A crew from the watershed center in hayfork, an environmental non-profithave begun working on fuels reduction and forestry management on the gonpa lands and will be here for another 2 weeks. The work is paid for by a grant from the national resource conservation service, NRCS, in a federal program.
The basic work consists of clearing understory vegetation which has grown out of control. The landscape here, because of the mining operation, is still working its way back to a healthy equilibrium. The dense under story presents a wildfire hazard, and also jokes out younger natural growth of trees.
The crews clear out that understory selectively, leaving healthy young trees and islands every 20 ft or so a vegetation for smaller animal habitat. Traditionally this work is done by hand and is quite time consuming and expensive. In the last 20 years, a machine has been used that grinds up the understory vegetation, shreds it and leaves it on the ground to decompose and contribute to the health of the soil. That machine is what we've been calling the masticator.
The second picture is in the area cleared this morning, and you can see some young growth that has been opened up, shielded by conifers but out of the dense vegetation in conditions where such trees can grow to full potential.
And the foreground you can see some manzanita and other vegetation that has been ground up and left. A certified wildlife biologist worked through all of the areas along with the supervisor from NRCS to try to find and identify any nesting birds, not just large raptors but small birds who may be in shrubs. It certainly possible that some birds would be missed, but they didn't see any at all. And I haven't seen evidence either.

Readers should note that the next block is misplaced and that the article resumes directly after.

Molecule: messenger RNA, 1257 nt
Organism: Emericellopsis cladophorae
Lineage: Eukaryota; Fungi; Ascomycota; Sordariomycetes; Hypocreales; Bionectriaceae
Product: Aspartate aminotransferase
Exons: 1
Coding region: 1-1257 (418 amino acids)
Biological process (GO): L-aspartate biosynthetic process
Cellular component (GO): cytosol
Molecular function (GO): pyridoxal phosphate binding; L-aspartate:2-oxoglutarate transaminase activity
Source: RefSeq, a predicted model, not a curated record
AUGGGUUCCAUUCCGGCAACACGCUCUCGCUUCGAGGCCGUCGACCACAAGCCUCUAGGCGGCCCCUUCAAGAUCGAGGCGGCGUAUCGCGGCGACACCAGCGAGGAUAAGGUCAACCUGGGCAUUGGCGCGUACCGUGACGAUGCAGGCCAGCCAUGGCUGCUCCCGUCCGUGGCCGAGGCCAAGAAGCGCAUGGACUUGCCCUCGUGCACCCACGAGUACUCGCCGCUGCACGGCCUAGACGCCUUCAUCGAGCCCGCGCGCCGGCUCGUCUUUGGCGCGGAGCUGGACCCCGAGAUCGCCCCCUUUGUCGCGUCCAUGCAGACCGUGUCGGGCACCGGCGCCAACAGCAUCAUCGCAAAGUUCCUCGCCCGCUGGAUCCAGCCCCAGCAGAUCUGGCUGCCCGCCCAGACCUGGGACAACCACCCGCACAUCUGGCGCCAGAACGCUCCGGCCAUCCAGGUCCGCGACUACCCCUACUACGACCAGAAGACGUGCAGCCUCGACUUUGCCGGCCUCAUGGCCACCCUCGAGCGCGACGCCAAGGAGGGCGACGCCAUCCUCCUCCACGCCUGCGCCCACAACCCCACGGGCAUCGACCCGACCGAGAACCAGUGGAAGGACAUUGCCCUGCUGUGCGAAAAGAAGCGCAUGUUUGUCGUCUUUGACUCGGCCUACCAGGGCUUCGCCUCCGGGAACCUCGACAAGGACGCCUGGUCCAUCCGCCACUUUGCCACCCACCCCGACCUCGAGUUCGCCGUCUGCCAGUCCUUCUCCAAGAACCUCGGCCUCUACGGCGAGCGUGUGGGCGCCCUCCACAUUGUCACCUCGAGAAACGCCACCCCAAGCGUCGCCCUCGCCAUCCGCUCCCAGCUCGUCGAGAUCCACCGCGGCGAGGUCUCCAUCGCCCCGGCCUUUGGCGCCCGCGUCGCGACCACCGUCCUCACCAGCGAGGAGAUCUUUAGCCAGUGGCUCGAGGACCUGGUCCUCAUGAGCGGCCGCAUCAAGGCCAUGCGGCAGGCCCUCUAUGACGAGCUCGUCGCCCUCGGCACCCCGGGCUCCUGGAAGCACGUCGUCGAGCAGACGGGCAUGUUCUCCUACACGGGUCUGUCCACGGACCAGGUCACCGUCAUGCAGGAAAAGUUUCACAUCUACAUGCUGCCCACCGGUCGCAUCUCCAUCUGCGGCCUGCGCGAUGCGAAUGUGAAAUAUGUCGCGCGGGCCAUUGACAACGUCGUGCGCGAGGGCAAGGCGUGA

If anybody would like to walk those areas in the evenings or early morning to identify any bird song or look for movement, that would be an extra precaution. Most of the birds who might be nesting here, will fly away at the disruption, and either return to their nests or return and build new nests when things are quiet. There are some birds who won't leave their nests under any conditions unless they are disturbed and very close proximity.
Traditional ways of clearing the understory often involved fire and we have elected not to use fire because it's a death sentence for insects and small animals who cannot escape it. The masticator although it seems horrific, actually leaves the vegetation in a larger pieces, then using a wood chipper, which gives small insects a better chance of survival. The machine work will be followed by a hand crew which will selectively limb and clear standing trees, shrub Islands, etc.
As an added check on whether there are any nesting birds, someone could walk the area in the evening very attentively listening and watching. If you'd like to do that, let me know and I'd be happy to set you up with some bird song apps and a map of where the work will be done.
The retreat is based on a Dharma treasure (terma) of the late Chokgyur Lingpa, a contemporary and spiritual brother of Jamyang Khyentse Wangpo. Chokgyur Lingpa is regarded as the last of the one hundred major tertons (treasure revealers).
Following the example of Guru Padmasambhava and many superb lineage masters, we perform Vajrakilaya to overcome outer, inner, and secret obstacles to dharma practice and activity. We apply the skillful means of wrathful compassion to our own minds.